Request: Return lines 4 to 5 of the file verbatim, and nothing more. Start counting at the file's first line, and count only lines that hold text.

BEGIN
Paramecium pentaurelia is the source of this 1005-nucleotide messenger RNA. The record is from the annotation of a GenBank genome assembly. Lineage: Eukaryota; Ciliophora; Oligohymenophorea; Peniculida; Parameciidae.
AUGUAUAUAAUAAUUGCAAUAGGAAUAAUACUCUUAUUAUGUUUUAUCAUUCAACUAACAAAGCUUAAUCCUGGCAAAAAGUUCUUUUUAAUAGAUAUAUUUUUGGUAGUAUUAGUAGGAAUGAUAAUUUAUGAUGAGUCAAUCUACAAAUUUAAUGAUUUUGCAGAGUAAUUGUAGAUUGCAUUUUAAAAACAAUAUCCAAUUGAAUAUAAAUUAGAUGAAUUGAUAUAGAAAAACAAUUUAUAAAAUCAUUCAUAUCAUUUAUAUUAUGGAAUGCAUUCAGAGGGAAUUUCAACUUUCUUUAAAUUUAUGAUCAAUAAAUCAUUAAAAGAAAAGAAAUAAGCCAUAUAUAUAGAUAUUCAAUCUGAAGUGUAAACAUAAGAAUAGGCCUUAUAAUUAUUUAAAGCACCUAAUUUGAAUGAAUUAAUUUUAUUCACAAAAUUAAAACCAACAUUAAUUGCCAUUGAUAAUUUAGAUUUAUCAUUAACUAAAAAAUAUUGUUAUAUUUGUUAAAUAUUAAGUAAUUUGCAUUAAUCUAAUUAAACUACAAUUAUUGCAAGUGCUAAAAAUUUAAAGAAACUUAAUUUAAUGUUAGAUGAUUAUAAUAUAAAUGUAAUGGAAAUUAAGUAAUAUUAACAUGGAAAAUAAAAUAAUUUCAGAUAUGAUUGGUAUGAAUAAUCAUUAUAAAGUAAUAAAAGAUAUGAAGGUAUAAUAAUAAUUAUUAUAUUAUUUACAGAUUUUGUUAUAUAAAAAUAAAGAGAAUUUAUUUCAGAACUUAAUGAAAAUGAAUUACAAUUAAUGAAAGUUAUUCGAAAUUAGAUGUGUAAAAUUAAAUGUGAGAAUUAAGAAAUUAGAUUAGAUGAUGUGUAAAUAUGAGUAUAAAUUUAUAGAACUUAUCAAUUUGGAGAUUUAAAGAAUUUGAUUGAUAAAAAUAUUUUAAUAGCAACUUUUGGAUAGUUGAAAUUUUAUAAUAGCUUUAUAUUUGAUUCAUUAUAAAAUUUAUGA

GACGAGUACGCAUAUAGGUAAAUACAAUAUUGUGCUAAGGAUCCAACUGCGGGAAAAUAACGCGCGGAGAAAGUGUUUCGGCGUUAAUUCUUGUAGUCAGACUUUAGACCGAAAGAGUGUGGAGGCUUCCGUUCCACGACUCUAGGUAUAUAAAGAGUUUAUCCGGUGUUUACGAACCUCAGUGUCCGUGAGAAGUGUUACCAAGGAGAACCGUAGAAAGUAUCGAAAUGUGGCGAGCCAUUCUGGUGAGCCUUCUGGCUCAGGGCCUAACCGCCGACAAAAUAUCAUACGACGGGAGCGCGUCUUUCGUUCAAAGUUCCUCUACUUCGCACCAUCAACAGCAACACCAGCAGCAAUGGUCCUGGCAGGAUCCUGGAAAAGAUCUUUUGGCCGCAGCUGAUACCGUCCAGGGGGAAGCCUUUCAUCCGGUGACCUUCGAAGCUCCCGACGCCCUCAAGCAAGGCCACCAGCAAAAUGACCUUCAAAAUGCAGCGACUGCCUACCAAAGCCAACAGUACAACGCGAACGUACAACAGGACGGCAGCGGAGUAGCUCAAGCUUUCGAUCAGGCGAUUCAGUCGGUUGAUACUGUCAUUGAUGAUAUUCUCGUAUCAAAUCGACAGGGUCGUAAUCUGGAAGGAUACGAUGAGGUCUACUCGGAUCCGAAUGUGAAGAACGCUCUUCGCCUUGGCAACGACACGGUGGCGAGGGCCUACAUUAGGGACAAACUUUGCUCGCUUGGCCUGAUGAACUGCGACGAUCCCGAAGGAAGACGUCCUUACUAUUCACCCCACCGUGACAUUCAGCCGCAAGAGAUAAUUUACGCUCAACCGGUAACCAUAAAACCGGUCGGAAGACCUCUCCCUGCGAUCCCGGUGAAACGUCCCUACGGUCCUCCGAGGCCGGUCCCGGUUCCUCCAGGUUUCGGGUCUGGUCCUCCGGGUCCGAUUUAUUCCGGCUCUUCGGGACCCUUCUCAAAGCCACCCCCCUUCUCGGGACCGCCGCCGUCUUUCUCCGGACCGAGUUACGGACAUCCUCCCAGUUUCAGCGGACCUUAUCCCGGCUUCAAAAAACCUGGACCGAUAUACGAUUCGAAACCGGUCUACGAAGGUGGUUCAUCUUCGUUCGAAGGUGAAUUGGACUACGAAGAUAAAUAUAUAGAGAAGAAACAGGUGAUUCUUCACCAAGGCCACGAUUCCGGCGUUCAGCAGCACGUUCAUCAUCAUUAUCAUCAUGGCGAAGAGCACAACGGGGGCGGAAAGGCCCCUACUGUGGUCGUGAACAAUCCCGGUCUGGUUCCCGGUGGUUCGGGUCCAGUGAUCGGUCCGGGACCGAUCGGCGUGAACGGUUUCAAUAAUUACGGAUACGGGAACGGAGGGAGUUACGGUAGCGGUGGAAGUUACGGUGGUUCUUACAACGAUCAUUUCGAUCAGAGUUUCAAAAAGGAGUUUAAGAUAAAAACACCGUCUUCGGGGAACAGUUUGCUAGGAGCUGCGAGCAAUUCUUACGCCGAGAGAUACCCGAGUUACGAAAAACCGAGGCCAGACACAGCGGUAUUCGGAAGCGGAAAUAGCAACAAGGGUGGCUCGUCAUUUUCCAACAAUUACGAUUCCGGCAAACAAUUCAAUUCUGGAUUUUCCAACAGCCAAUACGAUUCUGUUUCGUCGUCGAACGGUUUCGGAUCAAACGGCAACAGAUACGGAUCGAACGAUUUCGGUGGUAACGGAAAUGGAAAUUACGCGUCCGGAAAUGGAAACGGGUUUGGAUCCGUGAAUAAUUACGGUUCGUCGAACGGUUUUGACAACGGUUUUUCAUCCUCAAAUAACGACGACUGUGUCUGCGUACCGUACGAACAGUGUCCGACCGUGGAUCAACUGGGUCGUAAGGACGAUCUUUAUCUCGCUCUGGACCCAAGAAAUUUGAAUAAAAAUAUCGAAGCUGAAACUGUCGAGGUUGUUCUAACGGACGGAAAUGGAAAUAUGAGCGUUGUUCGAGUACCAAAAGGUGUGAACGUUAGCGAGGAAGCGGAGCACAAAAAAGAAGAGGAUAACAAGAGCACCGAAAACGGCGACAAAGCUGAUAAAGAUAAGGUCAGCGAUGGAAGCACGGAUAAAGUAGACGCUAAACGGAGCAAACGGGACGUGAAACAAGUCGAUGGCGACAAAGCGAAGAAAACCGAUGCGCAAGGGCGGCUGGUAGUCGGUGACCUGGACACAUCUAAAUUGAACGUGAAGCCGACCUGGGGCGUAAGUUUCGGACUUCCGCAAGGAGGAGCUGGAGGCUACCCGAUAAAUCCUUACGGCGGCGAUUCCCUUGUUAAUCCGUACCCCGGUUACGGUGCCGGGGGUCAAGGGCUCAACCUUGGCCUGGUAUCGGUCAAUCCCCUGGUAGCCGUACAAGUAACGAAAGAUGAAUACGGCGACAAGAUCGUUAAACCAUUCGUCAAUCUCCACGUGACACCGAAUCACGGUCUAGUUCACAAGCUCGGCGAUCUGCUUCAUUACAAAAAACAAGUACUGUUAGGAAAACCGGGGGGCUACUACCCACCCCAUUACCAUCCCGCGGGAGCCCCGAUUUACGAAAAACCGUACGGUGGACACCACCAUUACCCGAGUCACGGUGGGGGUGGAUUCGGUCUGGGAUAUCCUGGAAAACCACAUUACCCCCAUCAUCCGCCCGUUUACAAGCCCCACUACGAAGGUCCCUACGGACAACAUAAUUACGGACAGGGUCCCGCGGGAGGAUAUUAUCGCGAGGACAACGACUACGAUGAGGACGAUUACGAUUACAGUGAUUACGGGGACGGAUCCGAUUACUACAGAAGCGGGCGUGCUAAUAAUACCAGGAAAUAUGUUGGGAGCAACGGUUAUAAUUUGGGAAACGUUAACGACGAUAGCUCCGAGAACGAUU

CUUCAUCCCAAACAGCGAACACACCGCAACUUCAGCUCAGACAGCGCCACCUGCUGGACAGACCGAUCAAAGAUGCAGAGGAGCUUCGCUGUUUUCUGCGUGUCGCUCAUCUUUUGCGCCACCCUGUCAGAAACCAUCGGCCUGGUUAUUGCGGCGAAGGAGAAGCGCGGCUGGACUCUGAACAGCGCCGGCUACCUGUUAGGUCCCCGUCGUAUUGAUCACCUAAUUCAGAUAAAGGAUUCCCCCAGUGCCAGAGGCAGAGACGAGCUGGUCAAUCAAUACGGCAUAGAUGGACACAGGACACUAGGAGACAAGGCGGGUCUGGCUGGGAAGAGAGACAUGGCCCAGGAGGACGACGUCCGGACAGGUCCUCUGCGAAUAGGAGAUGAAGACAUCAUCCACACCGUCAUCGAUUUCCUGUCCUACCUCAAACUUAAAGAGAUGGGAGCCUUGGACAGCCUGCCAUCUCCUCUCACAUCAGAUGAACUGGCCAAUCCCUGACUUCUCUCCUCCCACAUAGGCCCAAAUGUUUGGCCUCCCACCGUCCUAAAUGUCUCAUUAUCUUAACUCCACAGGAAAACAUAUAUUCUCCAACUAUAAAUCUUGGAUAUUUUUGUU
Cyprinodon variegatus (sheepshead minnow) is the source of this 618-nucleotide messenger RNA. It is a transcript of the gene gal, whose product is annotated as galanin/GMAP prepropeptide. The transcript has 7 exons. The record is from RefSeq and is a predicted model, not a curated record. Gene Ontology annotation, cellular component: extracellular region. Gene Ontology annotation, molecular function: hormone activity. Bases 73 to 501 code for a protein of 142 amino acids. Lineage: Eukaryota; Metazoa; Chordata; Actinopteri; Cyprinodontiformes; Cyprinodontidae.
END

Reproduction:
CUUCAUCCCAAACAGCGAACACACCGCAACUUCAGCUCAGACAGCGCCACCUGCUGGACAGACCGAUCAAAGAUGCAGAGGAGCUUCGCUGUUUUCUGCGUGUCGCUCAUCUUUUGCGCCACCCUGUCAGAAACCAUCGGCCUGGUUAUUGCGGCGAAGGAGAAGCGCGGCUGGACUCUGAACAGCGCCGGCUACCUGUUAGGUCCCCGUCGUAUUGAUCACCUAAUUCAGAUAAAGGAUUCCCCCAGUGCCAGAGGCAGAGACGAGCUGGUCAAUCAAUACGGCAUAGAUGGACACAGGACACUAGGAGACAAGGCGGGUCUGGCUGGGAAGAGAGACAUGGCCCAGGAGGACGACGUCCGGACAGGUCCUCUGCGAAUAGGAGAUGAAGACAUCAUCCACACCGUCAUCGAUUUCCUGUCCUACCUCAAACUUAAAGAGAUGGGAGCCUUGGACAGCCUGCCAUCUCCUCUCACAUCAGAUGAACUGGCCAAUCCCUGACUUCUCUCCUCCCACAUAGGCCCAAAUGUUUGGCCUCCCACCGUCCUAAAUGUCUCAUUAUCUUAACUCCACAGGAAAACAUAUAUUCUCCAACUAUAAAUCUUGGAUAUUUUUGUU
Cyprinodon variegatus (sheepshead minnow) is the source of this 618-nucleotide messenger RNA. It is a transcript of the gene gal, whose product is annotated as galanin/GMAP prepropeptide. The transcript has 7 exons. The record is from RefSeq and is a predicted model, not a curated record. Gene Ontology annotation, cellular component: extracellular region. Gene Ontology annotation, molecular function: hormone activity. Bases 73 to 501 code for a protein of 142 amino acids. Lineage: Eukaryota; Metazoa; Chordata; Actinopteri; Cyprinodontiformes; Cyprinodontidae.